Flying alone with preschoolers or toddlers may sound scary, but with preparation (and a little bit of luck) you can have a successful and stress free trip! Here's some tips and tricks to help you achieve that goal.
Disney Family Travel Thoughts Trip Reports

Dos and Don’ts on your first day at Walt Disney World

We are officially here for #DisneySMMC and we had a bit of an uneven day. Fun, but uneven. For some reason we prepared less for this trip than our usual, my guess is because we were both slammed at work last week. Regardless, we’re here! Anyway, I need to process a bit so here is my list of dos and don’ts for myself. Learned from personal experience within the last 24 hours…

Related reading: Six must pack items for Disney World

Do:  Take a morning flight so you can spend the afternoon getting acclimated

Don’t:  Wake up your kids at 600 AM and expect everything to go smoothly.

A tongue in cheek Day 1 Disney World Dos and Don'ts list bred from personal experience

Do:  Utilize Disney’s Magical Express

Don’t:  Forget to bring a bag to hold the garbage from all the snacks you need to feed the kids on the trip (which can take up to an hour or more). Also, don’t forget to wash out your pocket afterwards.

A tongue in cheek Day 1 Disney World Dos and Don'ts list bred from personal experience

Do:  Check-in online, receive a text message when your room is ready, and use your magic band to get into your room. Truly wonderful.

Don’t:  Book a room on the second floor if you have a stroller. Or two. Port Orleans: Riverside does not have elevators (at least in my building).

Don’t:  Go to the front desk reception for any reason if you can help it. The line is interminable. Seriously, check in online.

Do:  Use Touring Plans or the unofficial Port Orleans site to help you choose a room you’d like. Touring Plans will fax your request in if you are a subscriber.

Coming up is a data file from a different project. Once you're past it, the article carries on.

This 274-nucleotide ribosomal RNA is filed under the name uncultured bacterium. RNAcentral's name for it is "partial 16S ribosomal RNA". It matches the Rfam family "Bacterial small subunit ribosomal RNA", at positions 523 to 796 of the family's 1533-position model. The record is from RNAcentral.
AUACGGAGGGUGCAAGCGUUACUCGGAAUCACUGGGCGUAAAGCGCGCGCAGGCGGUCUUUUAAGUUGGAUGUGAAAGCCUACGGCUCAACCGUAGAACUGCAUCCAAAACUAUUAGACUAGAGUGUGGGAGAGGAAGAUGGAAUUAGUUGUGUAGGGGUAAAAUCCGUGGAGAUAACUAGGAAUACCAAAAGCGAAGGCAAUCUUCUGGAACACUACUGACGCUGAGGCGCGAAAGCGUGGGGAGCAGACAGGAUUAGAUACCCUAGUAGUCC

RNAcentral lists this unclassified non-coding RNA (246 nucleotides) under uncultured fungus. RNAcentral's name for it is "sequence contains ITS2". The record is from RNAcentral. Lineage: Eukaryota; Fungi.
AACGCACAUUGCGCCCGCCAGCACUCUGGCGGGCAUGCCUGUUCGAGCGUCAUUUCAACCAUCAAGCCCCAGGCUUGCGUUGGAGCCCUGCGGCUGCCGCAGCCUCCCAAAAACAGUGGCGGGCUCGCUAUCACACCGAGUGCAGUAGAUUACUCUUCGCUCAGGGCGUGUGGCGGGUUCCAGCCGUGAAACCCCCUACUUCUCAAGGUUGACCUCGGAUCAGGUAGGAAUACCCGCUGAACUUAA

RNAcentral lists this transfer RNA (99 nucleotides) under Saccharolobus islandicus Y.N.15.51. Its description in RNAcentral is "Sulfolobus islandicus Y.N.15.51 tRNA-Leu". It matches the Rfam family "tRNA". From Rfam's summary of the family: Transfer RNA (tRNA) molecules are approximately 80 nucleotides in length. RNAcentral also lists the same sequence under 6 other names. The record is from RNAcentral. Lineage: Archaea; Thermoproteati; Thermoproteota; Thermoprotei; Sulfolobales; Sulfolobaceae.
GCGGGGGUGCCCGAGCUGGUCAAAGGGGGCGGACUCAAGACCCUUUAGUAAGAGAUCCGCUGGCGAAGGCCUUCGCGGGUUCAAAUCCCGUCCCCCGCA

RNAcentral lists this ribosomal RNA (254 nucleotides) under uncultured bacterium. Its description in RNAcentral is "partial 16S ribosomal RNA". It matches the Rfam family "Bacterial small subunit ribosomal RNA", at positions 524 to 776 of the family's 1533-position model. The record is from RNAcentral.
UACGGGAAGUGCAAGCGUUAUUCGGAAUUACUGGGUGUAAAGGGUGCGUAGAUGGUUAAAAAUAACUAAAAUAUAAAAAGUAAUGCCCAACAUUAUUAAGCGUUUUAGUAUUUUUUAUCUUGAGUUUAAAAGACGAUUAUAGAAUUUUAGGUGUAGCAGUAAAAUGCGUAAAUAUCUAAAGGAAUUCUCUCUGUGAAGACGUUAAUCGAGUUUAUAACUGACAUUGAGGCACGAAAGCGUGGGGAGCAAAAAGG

Don’t:  Underestimate the value of being closer to the lobby and food court.

Do:  Consider renting a stroller. Super convenient. We used Orlando Stroller Rentals, the City Mini we got is well used but still works great. Beats the alternative we had at home.

A tongue in cheek Day 1 Disney World Dos and Don'ts list bred from personal experience

Do:  Enjoy the very nicely themed and fun pool.

Don’t:  Leave your clothes there and not remember until two hours after pool close.

Do:  Order food from Amazon Prime Now or an equivalent food service. You save so much money. It costs $5 to deliver to the hotel but still well worth it.

Don’t:  Call bell services asking them to bring the food but tell them you got groceries instead of something from Amazon, even Prime Now. They didn’t realize our food was there and didn’t call us back (because they were waiting for the food). An hour wasted and we had to pick up the food ourselves.

Don’t:  Stick to your plan of going to Disney Springs even though you are an hour behind schedule (and one hour short of the kids’ normal bedtimes).

Don’t:  Sprint through the resort after dropping off the groceries to make a bus in order to stick to said stupid plan.

A tongue in cheek Day 1 Disney World Dos and Don'ts list bred from personal experience

Don’t:  Show up at Disney Springs with no idea where you want to eat it is crowded, especially on a Saturday night.

Do:  Eat at Morimoto’s Street Food. I liked it quite a bit.

Don’t:  Go to Disney Springs without knowing how you are going to get out of there. Another half an hour wasted looking for the right boat to go back (we never found it because we made the mistake of ignoring a dock cast member’s direction for a land cast member. Is it too much to ask for people to know the right information though?).

Do:  Stay calm. We obviously hit a lot of rough patches today, mostly of our own doing, but kept it together and didn’t ratchet up the stress, mostly thanks to The Glue. Things could have fallen apart but instead we still had a really fun day.

Do:  Show empathy for your fellow travelers. A poor woman on the bus was in tears because she couldn’t calm down her toddler. That was rough.

Do:  Prepare for an early morning rope drop the next day by getting the kids to bed as early as humanly possible despite spending way too long finding a bus at Disney Springs.

Don’t:  Stay up late blogging about it that night.

Here are my quick impressions of what I’ve seen so far, all of which has been new to me (since we usually stay off site).